4. Performance.  This is a chance to work on performance and how the actors play the scene.  The Director needs to know how to break a scene down into actions, objectives, and subtext.  The Director needs to know actor communication and how to express the performance parameters.  When you learn to make films, you will gain the experience to do this. 

On the day of the shoot, there is very little time.  Everyone is asking the director questions about their area.  Makeup, Art Department, the DOP and the Sound Recordist are all wanting direction.  You want to have completed most of the work with the actors in rehearsal in advance of the shoot.

The Film is made or destroyed in the edit. On set, it is important to push your actors for their very best performance.  As a good director, you will maximise your coverage.  This is different shots from different angles with different equipment.  You may get track shots, slider shots or crane shots or just a basic static shot.  You will also change your prime lenses to get different perspectives.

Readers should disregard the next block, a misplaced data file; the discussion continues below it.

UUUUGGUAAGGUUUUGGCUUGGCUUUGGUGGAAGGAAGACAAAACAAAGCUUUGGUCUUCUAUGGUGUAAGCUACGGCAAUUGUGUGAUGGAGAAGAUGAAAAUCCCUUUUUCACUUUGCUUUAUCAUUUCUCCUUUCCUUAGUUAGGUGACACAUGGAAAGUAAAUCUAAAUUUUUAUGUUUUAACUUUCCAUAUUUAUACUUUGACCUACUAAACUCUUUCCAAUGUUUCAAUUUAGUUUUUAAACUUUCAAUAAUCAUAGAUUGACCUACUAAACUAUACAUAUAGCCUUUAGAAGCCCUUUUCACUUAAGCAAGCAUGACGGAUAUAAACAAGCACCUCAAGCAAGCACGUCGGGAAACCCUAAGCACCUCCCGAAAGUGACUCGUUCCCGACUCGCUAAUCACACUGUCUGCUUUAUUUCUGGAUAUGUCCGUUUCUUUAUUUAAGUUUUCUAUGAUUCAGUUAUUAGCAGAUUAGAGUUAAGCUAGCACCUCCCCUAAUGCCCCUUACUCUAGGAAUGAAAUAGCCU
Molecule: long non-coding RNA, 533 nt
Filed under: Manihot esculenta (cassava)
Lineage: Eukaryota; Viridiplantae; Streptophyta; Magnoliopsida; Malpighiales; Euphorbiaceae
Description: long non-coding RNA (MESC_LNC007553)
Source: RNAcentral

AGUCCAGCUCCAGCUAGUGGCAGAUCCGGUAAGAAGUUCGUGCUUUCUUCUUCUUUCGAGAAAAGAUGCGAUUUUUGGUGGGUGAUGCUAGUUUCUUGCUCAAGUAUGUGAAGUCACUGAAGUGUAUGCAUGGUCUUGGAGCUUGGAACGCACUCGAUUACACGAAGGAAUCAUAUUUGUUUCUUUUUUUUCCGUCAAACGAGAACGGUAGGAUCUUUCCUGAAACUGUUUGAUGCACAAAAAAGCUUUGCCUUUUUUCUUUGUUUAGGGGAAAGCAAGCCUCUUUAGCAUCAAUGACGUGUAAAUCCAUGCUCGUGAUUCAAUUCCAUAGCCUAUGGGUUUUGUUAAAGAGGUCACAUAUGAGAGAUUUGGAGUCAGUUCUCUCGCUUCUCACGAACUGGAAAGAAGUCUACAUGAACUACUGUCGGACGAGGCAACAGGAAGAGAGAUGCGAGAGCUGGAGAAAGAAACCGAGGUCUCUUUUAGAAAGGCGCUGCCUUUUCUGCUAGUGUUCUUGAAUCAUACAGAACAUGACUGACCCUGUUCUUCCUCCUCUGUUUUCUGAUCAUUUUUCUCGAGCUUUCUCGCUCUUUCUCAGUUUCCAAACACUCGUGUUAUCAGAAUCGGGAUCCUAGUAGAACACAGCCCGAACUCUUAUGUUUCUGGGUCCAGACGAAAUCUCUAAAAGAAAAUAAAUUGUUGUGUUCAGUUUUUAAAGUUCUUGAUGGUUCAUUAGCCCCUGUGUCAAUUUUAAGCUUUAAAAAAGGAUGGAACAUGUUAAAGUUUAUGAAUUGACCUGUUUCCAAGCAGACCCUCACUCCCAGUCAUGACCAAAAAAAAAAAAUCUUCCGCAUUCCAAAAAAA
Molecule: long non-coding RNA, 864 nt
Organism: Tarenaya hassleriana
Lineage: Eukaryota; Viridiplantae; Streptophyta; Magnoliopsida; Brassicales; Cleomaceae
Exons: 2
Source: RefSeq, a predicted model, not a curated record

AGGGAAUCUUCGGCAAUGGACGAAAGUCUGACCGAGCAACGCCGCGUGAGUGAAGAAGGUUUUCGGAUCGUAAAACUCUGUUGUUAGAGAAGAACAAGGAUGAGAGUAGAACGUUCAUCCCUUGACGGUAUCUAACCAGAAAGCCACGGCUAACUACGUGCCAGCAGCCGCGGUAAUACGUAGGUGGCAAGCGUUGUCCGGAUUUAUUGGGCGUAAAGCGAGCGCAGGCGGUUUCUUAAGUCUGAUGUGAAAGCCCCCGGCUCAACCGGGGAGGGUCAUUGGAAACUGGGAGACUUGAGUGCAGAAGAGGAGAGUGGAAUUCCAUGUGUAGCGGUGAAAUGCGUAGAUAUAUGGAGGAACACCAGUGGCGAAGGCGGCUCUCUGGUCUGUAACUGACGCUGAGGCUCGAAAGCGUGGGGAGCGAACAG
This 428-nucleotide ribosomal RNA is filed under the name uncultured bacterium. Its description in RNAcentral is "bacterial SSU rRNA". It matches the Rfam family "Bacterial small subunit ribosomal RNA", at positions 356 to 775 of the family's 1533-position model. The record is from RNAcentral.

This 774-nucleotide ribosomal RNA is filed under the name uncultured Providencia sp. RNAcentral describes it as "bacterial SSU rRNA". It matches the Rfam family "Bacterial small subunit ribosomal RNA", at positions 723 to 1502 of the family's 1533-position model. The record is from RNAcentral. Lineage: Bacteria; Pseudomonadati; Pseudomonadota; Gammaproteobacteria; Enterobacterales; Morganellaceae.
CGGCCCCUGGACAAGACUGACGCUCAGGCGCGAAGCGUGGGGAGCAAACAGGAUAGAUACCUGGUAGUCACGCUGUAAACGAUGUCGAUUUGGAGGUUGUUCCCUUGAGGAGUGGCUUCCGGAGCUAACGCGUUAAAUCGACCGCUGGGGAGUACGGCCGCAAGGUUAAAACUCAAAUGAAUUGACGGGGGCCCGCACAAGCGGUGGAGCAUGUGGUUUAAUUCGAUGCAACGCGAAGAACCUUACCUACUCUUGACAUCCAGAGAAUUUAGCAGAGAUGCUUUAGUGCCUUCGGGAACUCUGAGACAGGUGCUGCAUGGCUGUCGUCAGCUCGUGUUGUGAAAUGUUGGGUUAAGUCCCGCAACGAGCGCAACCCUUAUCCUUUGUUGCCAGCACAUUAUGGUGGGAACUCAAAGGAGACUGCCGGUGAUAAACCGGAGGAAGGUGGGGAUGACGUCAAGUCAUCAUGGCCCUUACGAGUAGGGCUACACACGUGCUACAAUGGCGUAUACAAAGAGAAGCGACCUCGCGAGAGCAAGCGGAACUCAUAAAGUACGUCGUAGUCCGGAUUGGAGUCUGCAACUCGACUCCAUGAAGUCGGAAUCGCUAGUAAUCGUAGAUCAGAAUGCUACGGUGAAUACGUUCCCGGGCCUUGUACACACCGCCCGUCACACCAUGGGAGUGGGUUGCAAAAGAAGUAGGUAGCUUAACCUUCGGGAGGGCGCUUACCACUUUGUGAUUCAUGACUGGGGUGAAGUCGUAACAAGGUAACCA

In most cases, a good director will get 30 times more material than ends up in the completed scene.  This is called shooting ratio which was very important in the old days when we shot film.  Shooting ratio is the ratio between the footage shot and what ends up in the completed film.  30:1 means you shot 30 times as much as actually ends up in the fine cut of the film.

The shooting ratio very much effects the actor performance.  As a director, you watch all of the takes, shot on shoot day via Video split at Video Village.  You have headphones on and can hear the actor’s dialogue.  You watch your actor’s performance in detail on your video screen.

As a director, you watch and direct what the actor is doing.  This is a skill that is learned via experience.  You work with, and push, the actors to perform their very best.  You do your best to create the best environment for the actor to give their best.  You can accelerate the learning curve in this area by actually taking a filmmaking Course 

The beauty of film is that when anyone makes a mistake, one just shoots another take till you have a Print Take. (Usable take)

After the shoot, the Director will collaborate with the editor or in some cases edit themselves.  It is very important these days to Watch Everything. 

Watch all the footage. Watch every take that has the correct blocking and seek out the very best performance moments.  You can mark them and try them in the cut.  As you will throw out most of the material and only have about 3% of what you shot on set in the finished edit, it is very important to be patient.